The discernment between communicated knowledge and revealed knowledge is key here. (And I encourage you to pick up Good or God, where John unpacks this even further.) For many of us who had such “good” opportunities open up in our lives, it simply requires us to seek His revelation before saying ‘Yes’. This means pressing in to understand the bigger (Kingdom) vision – the revealed knowledge – behind the good opportunity. Asking yourself, how will you steward what’s been put in your hands as a co-laborer of the mission of God that we are put on this earth for?
And, if it’s revealed that this opportunity doesn’t align with His will, then it means having the faith to walk away from the good opportunity, in order to make room for the God opportunity.
I do believe that for most of us, however, getting into Harvard or any prestigious institution (except Yale…) is not an accident. There is a God-breathed vision behind that good opportunity. But until we get a hold of the deeper God-revelation and grasp it with our spiritual ears and eyes, then as John teaches, we stand to pervert the good opportunity. And it could in turn destroy us.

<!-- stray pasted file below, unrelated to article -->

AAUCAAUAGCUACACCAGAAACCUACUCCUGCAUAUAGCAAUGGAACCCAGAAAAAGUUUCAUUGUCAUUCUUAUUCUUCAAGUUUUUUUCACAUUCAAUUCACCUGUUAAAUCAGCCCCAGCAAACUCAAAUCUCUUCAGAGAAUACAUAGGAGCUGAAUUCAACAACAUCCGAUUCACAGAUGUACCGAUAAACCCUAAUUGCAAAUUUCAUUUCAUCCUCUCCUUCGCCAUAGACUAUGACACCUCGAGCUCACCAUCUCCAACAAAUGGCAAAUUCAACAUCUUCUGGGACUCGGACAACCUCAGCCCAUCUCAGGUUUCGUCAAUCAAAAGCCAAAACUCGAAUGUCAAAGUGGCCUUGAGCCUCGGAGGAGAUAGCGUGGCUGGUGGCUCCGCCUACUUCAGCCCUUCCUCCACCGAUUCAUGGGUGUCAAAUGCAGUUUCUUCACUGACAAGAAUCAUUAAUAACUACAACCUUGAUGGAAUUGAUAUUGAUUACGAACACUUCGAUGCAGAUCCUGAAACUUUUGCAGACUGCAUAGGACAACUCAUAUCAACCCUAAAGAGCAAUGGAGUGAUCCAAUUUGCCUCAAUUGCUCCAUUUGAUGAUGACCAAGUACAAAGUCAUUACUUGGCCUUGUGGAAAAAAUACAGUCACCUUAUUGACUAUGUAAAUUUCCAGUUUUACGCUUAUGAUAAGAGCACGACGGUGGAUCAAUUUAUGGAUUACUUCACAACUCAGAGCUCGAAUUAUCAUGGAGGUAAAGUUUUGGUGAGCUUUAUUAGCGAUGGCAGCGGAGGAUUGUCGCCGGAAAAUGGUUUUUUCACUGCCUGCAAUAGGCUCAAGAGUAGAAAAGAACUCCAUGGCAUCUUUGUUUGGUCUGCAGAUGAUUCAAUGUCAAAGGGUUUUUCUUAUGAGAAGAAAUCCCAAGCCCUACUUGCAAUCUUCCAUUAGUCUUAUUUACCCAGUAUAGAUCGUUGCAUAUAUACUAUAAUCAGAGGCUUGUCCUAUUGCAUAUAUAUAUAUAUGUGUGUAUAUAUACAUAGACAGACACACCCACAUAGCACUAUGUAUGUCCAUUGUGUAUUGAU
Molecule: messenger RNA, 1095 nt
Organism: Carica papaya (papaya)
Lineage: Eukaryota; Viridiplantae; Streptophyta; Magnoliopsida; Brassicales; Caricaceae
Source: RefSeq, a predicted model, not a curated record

More on this in the next post! In the meantime, I’ll leave you with this thought: We do need a generation of students who have submitted their “good” opportunities to the God-revelation they have caught hold of. To wrestle beyond the “good” that the world has communicated to you. The kind of good that will help you understand who you are in Him. The kind of good that will propel you to invest in the God things that will ultimately answer the deepest desires of hearts. Will you count yourself as one among them?
This story is part of the #deartigercubs series here.